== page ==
International Arid Lands Consortium

Food Security

The World Food Summit of 1996 defined food security as existing “when all people at all times have access to sufficient, safe, nutritious food to maintain a healthy and active life”.
While food supplies have obviously increased globally, food security is defined by the ability to access those supplies. Given their tenuous economic and political marginality, and their restricted productive capacity, the issue of food security continues to be a critical concern in much of the world’s arid zone.

 

Tilapia raised in integrated agriculture-aquaculture systems are a valuable source of food and help to make efficient use of both nutrients and water in arid regions.  Photo courtesy of K. Fitzsimmons, University of Arizona.   

According to the Worldwatch Institute in Washington, D.C., "60 percent of the world’s food insecure population lives in dry lands," with the rural inhabitants in these areas dependent on agriculture and livestock for food and income.  Agriculturally viable lands in arid regions are experiencing escalating desertification through soil erosion, water scarcity and inappropriate land use and cultivation practices, leading to decreased food production. As a result, food insecurity and poverty continue to grow.

Food security is a complex sustainable development issue linked to agricultural practices, economic development, environment, and trade.  The projects funded by the International Arid Lands Consortium (IALC) have addressed several of the social, economic, and technical drivers threatening food security.  By funding important research that aims to improve food production, protect precious natural resources, provide technical assistance, and facilitate knowledge sharing, the work of the IALC is helping to advance sustainable food security. 

 



PROJECT EXAMPLES:

 

1. Subsurface Drip Irrigation for Vegetables Using Effluent in Arid Lands (2003).
The University of Arizona, Ben-Gurion University of the Negev (Israel), Hebron University (Palestinian Authority) Christopher Y Choi (Principal Investigator)

Efficient use of water resources is vital in arid and semiarid regions and can help to ensure a stable food supply.  This study was conducted to compare two different irrigation systems, subsurface drip irrigation (SDI) and furrow irrigation (FI), in terms of viral contamination and water use efficiency when tertiary effluent is used for irrigation.  The water use efficiency of the SDI system was higher than that of the FI system; since the SDI system supplies water right to the root zone, the crop can use water more efficiently, while furrow-irrigated water has a greater chance of evaporation.  Results from this study suggest that deeper installation of drip taps and/or frequent irrigation as alternative practices are appropriate in order to minimize soil surface wetting in SDI plots and reduce potential contamination.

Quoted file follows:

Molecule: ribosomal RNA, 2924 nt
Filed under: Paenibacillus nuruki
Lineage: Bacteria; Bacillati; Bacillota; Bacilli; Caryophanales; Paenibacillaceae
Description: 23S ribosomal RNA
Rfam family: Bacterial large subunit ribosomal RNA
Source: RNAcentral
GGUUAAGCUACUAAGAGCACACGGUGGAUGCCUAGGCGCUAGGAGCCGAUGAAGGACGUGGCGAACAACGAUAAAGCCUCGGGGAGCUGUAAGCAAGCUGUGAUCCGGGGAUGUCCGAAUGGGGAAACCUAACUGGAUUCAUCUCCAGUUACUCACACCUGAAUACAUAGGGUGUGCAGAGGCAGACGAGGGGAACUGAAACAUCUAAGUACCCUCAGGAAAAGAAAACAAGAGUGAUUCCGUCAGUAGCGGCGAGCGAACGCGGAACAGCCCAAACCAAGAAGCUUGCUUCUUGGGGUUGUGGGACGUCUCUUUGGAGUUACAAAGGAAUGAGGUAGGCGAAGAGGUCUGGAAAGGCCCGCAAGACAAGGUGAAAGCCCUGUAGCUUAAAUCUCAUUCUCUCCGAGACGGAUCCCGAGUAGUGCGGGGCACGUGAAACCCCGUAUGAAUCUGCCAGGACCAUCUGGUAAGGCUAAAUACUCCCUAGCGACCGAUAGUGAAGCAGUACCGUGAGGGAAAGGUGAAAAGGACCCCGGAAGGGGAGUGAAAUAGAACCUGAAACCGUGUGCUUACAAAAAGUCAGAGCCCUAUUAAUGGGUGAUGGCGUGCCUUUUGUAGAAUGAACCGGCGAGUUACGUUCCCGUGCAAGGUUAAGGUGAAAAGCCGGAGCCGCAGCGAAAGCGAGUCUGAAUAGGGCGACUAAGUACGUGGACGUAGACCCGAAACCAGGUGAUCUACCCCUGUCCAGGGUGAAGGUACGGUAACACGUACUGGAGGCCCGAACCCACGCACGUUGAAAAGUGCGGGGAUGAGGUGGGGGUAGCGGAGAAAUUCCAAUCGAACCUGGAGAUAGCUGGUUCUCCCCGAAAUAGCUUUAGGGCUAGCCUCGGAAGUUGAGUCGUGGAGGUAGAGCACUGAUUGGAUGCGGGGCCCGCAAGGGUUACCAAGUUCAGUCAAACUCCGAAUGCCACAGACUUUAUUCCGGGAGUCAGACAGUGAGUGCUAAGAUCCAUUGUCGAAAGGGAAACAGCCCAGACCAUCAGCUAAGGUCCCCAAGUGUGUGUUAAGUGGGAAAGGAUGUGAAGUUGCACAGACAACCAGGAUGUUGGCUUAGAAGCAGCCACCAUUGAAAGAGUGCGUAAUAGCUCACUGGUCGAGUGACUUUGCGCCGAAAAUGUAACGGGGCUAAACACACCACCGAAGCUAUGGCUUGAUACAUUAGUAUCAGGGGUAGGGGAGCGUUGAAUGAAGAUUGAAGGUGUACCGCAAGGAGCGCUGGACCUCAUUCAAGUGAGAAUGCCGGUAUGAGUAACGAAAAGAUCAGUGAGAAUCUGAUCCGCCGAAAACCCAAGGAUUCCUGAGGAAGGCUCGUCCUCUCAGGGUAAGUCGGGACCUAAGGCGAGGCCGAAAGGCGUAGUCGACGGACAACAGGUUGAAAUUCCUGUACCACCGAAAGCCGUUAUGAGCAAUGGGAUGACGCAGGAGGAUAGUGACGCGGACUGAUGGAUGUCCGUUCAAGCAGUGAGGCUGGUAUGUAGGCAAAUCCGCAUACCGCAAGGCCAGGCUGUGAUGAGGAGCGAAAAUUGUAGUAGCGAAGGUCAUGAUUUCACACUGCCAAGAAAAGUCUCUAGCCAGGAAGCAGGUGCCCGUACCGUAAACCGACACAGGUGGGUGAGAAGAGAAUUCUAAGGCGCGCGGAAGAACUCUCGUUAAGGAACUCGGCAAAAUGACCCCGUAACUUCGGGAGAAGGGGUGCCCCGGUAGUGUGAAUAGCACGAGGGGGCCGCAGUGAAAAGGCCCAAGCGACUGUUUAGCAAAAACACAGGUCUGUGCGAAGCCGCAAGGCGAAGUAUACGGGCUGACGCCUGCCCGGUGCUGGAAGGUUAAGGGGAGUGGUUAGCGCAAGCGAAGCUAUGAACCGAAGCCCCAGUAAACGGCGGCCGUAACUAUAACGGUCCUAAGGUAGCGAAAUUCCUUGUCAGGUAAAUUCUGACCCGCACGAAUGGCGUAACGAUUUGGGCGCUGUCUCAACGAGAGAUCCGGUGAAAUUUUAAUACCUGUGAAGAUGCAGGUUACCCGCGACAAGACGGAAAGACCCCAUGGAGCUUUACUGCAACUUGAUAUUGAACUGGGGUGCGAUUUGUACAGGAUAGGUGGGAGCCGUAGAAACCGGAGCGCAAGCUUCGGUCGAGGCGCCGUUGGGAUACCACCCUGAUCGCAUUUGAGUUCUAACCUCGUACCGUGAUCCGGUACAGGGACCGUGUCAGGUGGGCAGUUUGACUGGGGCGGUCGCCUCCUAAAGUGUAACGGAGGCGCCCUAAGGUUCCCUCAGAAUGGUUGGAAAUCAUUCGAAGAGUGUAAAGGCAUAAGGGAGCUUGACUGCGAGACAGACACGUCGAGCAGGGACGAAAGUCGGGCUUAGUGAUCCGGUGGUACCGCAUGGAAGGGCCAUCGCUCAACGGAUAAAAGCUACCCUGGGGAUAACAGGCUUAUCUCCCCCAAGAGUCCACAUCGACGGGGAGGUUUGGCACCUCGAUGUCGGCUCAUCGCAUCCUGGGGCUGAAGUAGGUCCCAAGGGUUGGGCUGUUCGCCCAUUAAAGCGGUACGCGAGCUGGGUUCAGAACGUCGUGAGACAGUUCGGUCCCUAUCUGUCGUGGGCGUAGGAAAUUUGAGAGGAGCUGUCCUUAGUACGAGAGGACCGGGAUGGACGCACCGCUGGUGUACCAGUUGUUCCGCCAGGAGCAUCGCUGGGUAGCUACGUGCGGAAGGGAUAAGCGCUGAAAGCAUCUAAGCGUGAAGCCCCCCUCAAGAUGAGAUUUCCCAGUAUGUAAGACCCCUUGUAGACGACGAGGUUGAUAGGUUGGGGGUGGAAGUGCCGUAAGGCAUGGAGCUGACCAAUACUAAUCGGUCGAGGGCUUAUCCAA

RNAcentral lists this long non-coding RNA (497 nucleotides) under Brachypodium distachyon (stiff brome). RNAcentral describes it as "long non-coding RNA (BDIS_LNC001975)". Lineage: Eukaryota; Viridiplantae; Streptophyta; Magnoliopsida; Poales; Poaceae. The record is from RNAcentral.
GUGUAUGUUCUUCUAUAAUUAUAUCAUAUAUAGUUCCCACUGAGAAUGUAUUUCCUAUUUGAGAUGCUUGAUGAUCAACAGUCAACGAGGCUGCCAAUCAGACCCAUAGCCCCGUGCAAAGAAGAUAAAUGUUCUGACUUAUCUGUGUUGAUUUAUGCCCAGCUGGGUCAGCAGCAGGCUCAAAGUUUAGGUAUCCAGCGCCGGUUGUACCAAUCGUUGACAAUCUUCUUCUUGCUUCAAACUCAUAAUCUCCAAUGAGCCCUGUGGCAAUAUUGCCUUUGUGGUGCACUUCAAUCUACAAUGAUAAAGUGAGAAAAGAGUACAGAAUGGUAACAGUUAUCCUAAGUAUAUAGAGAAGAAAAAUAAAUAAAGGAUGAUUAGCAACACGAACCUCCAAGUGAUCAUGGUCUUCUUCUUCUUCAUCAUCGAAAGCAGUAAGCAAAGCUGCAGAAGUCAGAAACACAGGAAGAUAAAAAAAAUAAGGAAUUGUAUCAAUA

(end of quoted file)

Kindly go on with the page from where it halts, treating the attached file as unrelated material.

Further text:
2. Drought-Responsive Genes in Populations From Desert Habitats (2000).
Ben-Gurion University of the Negev (Israel), New Mexico State University
Ariel Novoplansky (Principal Investigator)

Sheep and other livestock, and their products, are important sources of both food and economic opportunity in many arid regions and thus the availability of quality forage is critical.  The goal of this project was to describe the variability in different populations of desert forage plants, Dactylis glomerata and Trifolium purpureum.  Researchers examined whether the genetic complexity for drought response was greater in peripheral or core populations of these plants and found that in both species, the core population variation accounted for most of the variation. 

 

3. Water Conservation Through Drip Irrigated Alfalfa Cropping Systems (2002).
New Mexico State University Robert Flynn (Principal Investigator)

In the irrigated southwestern United States, alfalfa is a major component in the crop rotation schema and uses a large amount of water.  The objective of this project was to show the effectiveness of utilizing drip irrigation for alfalfa production, by demonstrating the costs, benefits, and agronomic management practices of subsurface drip irrigation.   The researchers demonstrated that alfalfa yields can be maintained while reducing water application by at least 40% using drip irrigation versus sprinkler irrigation. The use of drought tolerant crop varieties to further improve water savings was also demonstrated.

 
 
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Last Updated: May 2, 2013
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